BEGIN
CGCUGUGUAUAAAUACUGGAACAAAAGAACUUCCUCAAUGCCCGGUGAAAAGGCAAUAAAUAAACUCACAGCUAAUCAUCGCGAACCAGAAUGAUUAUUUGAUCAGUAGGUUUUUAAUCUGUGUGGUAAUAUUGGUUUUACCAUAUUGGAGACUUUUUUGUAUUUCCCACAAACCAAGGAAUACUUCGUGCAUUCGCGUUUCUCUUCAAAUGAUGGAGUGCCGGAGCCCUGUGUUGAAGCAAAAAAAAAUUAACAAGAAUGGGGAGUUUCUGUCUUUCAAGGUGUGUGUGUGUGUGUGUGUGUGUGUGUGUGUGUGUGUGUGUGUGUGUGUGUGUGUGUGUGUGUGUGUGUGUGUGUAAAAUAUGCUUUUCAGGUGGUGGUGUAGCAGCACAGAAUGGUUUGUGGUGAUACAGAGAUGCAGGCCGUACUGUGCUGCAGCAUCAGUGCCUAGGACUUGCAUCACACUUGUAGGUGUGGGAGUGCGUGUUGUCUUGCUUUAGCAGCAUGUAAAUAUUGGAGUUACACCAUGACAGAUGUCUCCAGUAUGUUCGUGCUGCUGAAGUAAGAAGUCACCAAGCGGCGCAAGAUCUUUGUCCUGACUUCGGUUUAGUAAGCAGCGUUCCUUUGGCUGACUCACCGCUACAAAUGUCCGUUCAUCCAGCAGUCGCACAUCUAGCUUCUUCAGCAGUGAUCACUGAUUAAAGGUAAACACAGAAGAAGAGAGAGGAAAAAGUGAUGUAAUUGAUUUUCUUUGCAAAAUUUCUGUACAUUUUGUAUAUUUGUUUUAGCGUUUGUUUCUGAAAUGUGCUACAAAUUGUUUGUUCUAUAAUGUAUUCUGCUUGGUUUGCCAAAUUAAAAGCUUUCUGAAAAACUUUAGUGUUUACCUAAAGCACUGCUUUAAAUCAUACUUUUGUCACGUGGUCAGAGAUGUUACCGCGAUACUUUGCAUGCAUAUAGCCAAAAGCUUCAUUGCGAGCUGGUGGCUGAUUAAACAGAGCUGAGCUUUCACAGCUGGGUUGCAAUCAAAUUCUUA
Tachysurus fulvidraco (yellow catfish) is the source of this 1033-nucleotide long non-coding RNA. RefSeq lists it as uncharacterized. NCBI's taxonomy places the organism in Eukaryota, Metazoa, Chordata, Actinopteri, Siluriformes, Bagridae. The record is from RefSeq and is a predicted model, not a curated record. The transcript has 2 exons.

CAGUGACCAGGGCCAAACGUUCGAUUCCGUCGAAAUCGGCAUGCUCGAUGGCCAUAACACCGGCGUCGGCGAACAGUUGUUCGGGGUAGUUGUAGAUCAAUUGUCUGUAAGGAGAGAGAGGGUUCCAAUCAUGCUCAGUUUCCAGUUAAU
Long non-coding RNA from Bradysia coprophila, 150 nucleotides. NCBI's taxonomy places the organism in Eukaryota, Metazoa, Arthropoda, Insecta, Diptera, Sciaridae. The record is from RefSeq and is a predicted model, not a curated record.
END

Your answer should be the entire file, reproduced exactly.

CGCUGUGUAUAAAUACUGGAACAAAAGAACUUCCUCAAUGCCCGGUGAAAAGGCAAUAAAUAAACUCACAGCUAAUCAUCGCGAACCAGAAUGAUUAUUUGAUCAGUAGGUUUUUAAUCUGUGUGGUAAUAUUGGUUUUACCAUAUUGGAGACUUUUUUGUAUUUCCCACAAACCAAGGAAUACUUCGUGCAUUCGCGUUUCUCUUCAAAUGAUGGAGUGCCGGAGCCCUGUGUUGAAGCAAAAAAAAAUUAACAAGAAUGGGGAGUUUCUGUCUUUCAAGGUGUGUGUGUGUGUGUGUGUGUGUGUGUGUGUGUGUGUGUGUGUGUGUGUGUGUGUGUGUGUGUGUGUGUGUGUGUAAAAUAUGCUUUUCAGGUGGUGGUGUAGCAGCACAGAAUGGUUUGUGGUGAUACAGAGAUGCAGGCCGUACUGUGCUGCAGCAUCAGUGCCUAGGACUUGCAUCACACUUGUAGGUGUGGGAGUGCGUGUUGUCUUGCUUUAGCAGCAUGUAAAUAUUGGAGUUACACCAUGACAGAUGUCUCCAGUAUGUUCGUGCUGCUGAAGUAAGAAGUCACCAAGCGGCGCAAGAUCUUUGUCCUGACUUCGGUUUAGUAAGCAGCGUUCCUUUGGCUGACUCACCGCUACAAAUGUCCGUUCAUCCAGCAGUCGCACAUCUAGCUUCUUCAGCAGUGAUCACUGAUUAAAGGUAAACACAGAAGAAGAGAGAGGAAAAAGUGAUGUAAUUGAUUUUCUUUGCAAAAUUUCUGUACAUUUUGUAUAUUUGUUUUAGCGUUUGUUUCUGAAAUGUGCUACAAAUUGUUUGUUCUAUAAUGUAUUCUGCUUGGUUUGCCAAAUUAAAAGCUUUCUGAAAAACUUUAGUGUUUACCUAAAGCACUGCUUUAAAUCAUACUUUUGUCACGUGGUCAGAGAUGUUACCGCGAUACUUUGCAUGCAUAUAGCCAAAAGCUUCAUUGCGAGCUGGUGGCUGAUUAAACAGAGCUGAGCUUUCACAGCUGGGUUGCAAUCAAAUUCUUA
Tachysurus fulvidraco (yellow catfish) is the source of this 1033-nucleotide long non-coding RNA. RefSeq lists it as uncharacterized. NCBI's taxonomy places the organism in Eukaryota, Metazoa, Chordata, Actinopteri, Siluriformes, Bagridae. The record is from RefSeq and is a predicted model, not a curated record. The transcript has 2 exons.

CAGUGACCAGGGCCAAACGUUCGAUUCCGUCGAAAUCGGCAUGCUCGAUGGCCAUAACACCGGCGUCGGCGAACAGUUGUUCGGGGUAGUUGUAGAUCAAUUGUCUGUAAGGAGAGAGAGGGUUCCAAUCAUGCUCAGUUUCCAGUUAAU
Long non-coding RNA from Bradysia coprophila, 150 nucleotides. NCBI's taxonomy places the organism in Eukaryota, Metazoa, Arthropoda, Insecta, Diptera, Sciaridae. The record is from RefSeq and is a predicted model, not a curated record.